Influence of Women’s Participation in Cooperative Societies on Groundnut Processors’ Income in the Agricultural Zone I of Niger State, Nigeria



This study investigated the impact of cooperative societies on women’s involvement in groundnut processing within Agricultural Zone I of Niger State, Nigeria. A sample of 205 groundnut processors was randomly selected using the Taro Yamane formula, with a 5% error tolerance and 95% level of confidence. The research encompassed various aspects, including the socio-economic characteristics of respondents, their level of engagement in cooperative activities, output and income determination, the influence of cooperative societies on groundnut processing, benefits derived from cooperative involvement, factors affecting women’s participation in cooperatives, and constraints faced by groundnut processors.

Data collection primarily relied on questionnaires, and the gathered data were analyzed using descriptive statistics, ordered logit regression, Kendal’s coefficient of concordance, and multiple regression. The findings revealed that the mean age of respondents was 43 years, with the majority (88.8%) being married and 59.3% having formal education. The average household size was 10 persons, and respondents had a mean processing experience of 12.9 years. The study also showed that 74.2% of participants had access to credit, with 40% of it coming from cooperative societies, while 60% purchased groundnuts from the market. Cooperative activities were well-received, with a high participation rate in attending meetings (96.6%), saving to raise shares (80.5%), and saving money together (74.2%).

In terms of cooperative involvement, more than half of the respondents (56.1%) exhibited a medium level of participation, with an average annual income above ₦400,000. They were primarily engaged in processing groundnuts into cake and oil. The study identified several benefits derived from cooperative societies, including access to information, acquisition of skills and training, and availability of processing inputs.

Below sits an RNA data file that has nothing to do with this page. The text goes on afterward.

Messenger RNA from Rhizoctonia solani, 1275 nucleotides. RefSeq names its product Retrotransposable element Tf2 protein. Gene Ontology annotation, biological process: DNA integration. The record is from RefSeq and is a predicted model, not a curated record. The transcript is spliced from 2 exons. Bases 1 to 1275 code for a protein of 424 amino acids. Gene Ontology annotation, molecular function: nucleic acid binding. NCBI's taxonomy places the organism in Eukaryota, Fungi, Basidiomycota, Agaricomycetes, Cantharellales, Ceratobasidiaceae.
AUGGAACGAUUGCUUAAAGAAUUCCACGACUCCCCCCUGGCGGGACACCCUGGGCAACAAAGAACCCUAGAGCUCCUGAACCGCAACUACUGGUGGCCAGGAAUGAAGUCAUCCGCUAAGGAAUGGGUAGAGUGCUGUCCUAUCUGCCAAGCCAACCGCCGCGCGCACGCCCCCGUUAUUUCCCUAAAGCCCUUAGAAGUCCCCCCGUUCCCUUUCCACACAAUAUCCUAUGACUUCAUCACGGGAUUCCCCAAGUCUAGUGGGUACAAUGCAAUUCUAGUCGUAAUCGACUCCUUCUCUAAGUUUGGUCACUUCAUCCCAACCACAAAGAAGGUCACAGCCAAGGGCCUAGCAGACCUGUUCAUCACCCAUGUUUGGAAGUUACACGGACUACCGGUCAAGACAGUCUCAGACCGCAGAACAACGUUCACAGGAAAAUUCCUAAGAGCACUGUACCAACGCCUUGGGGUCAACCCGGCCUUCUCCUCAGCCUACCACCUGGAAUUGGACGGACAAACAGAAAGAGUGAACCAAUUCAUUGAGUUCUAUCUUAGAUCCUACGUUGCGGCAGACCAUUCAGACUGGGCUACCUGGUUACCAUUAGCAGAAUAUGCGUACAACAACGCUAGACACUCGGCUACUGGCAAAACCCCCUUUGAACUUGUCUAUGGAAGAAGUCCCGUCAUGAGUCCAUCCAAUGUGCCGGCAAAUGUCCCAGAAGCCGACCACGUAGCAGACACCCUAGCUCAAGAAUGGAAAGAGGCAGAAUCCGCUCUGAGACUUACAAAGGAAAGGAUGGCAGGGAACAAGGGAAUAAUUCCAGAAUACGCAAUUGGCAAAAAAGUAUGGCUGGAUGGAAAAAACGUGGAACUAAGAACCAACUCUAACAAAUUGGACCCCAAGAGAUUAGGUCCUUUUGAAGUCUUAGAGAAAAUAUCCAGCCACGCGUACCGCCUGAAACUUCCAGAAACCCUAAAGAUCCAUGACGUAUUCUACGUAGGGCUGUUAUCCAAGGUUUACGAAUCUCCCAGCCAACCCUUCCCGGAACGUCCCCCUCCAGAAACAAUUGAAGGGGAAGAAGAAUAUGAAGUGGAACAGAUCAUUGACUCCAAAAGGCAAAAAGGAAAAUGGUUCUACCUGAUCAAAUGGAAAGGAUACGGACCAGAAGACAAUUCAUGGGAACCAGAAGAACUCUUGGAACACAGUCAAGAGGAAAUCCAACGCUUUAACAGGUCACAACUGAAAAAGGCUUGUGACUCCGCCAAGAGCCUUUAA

The regression analysis indicated that age, household size, experience, access to training, access to credit, amount of credit received, labor employed, and amount invested significantly influenced women’s involvement in cooperative societies. Moreover, constraints experienced by women groundnut processors were related to the high cost of fuel wood, processing equipment, and inadequate capital.

Correlation analysis revealed that age and experience had a significant relationship with respondents’ level of involvement in cooperative activities. Additionally, the Z-test results demonstrated a significant difference in income and output of respondents before and after joining cooperative societies.

Based on the study’s findings, it is recommended to explore alternative methods to reduce women groundnut processors’ reliance on fuel wood. Encouraging older women to join cooperatives could enhance their output, and providing incentive support may increase women’s participation and involvement in cooperative societies.

Influence of Women’s Participation in Cooperative Societies on Groundnut Processors’ Income in the Agricultural Zone I of Niger State, Nigeria.  GET MORE, ACTUARIAL SCIENCE PROJECT TOPICS AND MATERIALS